“We don’t know how long this will continue,” Kishner added. “We will have to take what we’re learning each day and move forward as best we can.”

Executives also spoke about adjusting to a world without sports.

Pitaro spoke about the night of March 11, when the NBA decided to postpone its season.

“I was at my desk in my home office working honestly on our cntingency plan and backup programming strategy and thinking about the possibility that things could be changing and changing quickly,” Pitaro said. “We had a discussion about how to protect our employees and our company.”

ESPN’s president described the NBA commissioner’s decision to postpone the season without being instructed to do so as “extremely smart.”

Pitaro said he was proud of the professionalism the leading faces of his company displayed in this time of extreme uncertainty for sports journalists.

“It’s important to stay calm,” Pitaro said when asked what advice he had for the rest of the sports journalism industry. “Take care of families and colleagues. Know, at some point you, as a journalist are helping millions of sports fans get to a happier place.”

Scott O’Neil, President and CEO of Harris Blitzer Sports and Entertainment, had a similar sentiment, saying that although journalists have a job to do, humans still have a responsibility to halt the spread of the coronavirus as much as possible.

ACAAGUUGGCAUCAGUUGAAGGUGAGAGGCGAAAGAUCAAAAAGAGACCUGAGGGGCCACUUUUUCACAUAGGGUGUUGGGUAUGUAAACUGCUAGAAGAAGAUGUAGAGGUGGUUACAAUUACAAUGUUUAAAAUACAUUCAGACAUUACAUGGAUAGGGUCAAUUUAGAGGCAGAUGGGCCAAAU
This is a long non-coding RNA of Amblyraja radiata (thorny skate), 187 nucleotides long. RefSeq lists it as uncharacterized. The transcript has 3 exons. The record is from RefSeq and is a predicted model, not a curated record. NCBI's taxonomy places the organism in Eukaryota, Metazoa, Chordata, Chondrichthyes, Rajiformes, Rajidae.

“Stay inside, keep your family inside,” O’Neil said. “We have to do our part in stopping this madness.”

O’Neil said journalists like the general public need to be more prudent than ever. But journalists also have to realize how important they are to society at this time.

“It’s our time, let’s go lead,” O’Neil said. “We talk about preparation quite a bit. Companies need to have work protocols for being home, communication protocols and emergency planning. We can’t stop working but have to do it in different ways.”

For more stories from Cronkite News, visit cronkitenews.azpbs.org.

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About the author

Cronkite News

Rob Werner, Cronkite News

The news division of Arizona PBS, covering Arizona news you won't find anywhere else! Watch weeknights at 5. Operated by The Walter Cronkite School of Journalism and Mass Communication at Arizona State University.